Internet essentials

Aims and objectives

This module will:

  • help you understand what the internet is and how it is regulated
  • explain the basics of cyber security.

At the end of this module, you will be able to:

  • implement strategies to protect your identity in an online environment
  • identify the elements of uniform resource locators (URLS)
  • resolve common issues with your web browser.

1. The internet

The internet, along with the systems that run on it, including the World Wide Web ("the web"), is vital for living, learning, and working in today’s society. 

What is the internet?

The internet is a system of computer networks, which rely on shared protocols, or standards, in order to communicate with each other. The web is just one of the applications that relies on the internet. Others include email, instant messaging, Voiceover IP (VoIP), and file transfer (FTP). 

 What is the internet (YouTube, 3m44s)

Connecting to the internet at UQ

Enrolled students have access to wired and wireless internet and an unlimited internet quota. Learn how to connect to wifi and internet. UQ's policies on acceptable use of ICT resources can be found in the UQ Policy and Procedures Library

Why is Australia's internet so slow?

The internet relies on a whole range of physical infrastructure, including routers, exchange points, telephone lines, fibre-optic cables, and satellites. This physical infrastructure has a large impact on your internet experience.

submarine internet cables
Screenshot of internet submarine cables. Source: Submarine Cable Maps by TeleGeography. Map data @2023 Google, INEGI

Australia’s size, location in the world, and dispersed population mean that we have slower broadband speeds than many other countries (the Speedtest Global Index places Australia as the 64th (January 2020) fastest country for fixed broadband), and much slower speeds than some other countries in the Asia-Pacific region.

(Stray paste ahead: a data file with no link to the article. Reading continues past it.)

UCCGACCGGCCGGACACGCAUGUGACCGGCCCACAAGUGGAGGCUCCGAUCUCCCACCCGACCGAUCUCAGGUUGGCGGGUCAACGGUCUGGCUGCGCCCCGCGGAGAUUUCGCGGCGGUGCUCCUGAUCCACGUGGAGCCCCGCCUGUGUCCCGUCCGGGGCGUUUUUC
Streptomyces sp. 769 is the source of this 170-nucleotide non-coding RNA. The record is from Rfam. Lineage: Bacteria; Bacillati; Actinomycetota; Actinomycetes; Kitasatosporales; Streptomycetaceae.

How does your internet speed rank against the global averages?

Do an internet speed test at to find out.

Digital access

Digital access, or getting online is one of the key steps towards digital citizenship, and is in part about recognising that internet access is a privilege not available to a large section of the population.

While internet access is not currently enshrined as a human right by the United Nations, it is recognised as being important for ‘the fulfillment of many human rights’ (Tomalty, 2017). The 2015 UN resolution ‘Transforming Our World: the 2030 agenda for sustainable development’ calls for countries to “significantly increase access to information and communications technology and strive to provide universal and affordable access to the Internet in least developed countries by 2020” in order to increase innovation and industrialisation across the world.

The digital divide

It might surprise you to know that not every home in Australia has access to the internet. Around 2.6 million Australians don’t use the internet - that's about 10% of the population - and over one million homes don’t have an internet connection. Part of this is down to our geography - it is hard to get internet connections in remote communities because of the cost of improving the infrastructure. However,  age, cost, ability to use technology and confidence are also causes of this division in our society. Recognising that not everyone has access, or feels capable of accessing the internet is a key part of digital citizenship.

According to data from the International Telecommunication Union, in 2016 less than 50% of the world's population were using the internet. Many developing countries have little or no internet access. This means that comparatively Australians have a good level of access.

The digital divide isn't just about whether or not we can access the internet. It's also about the quality of our internet connection. The difference between average download speeds in different countries demonstrates further inequality in digital access.

Duration:   Approximately 20 minutes

Graduate attributes

Knowledge and skills you can gain to contribute to your Graduate attributes:

 Critical judgement

 Ethical and social understanding

Check your knowledge

Check what you know about this topic:

Take the quiz

Support at UQ

Access UQ services to assist you with personal or study-related issues.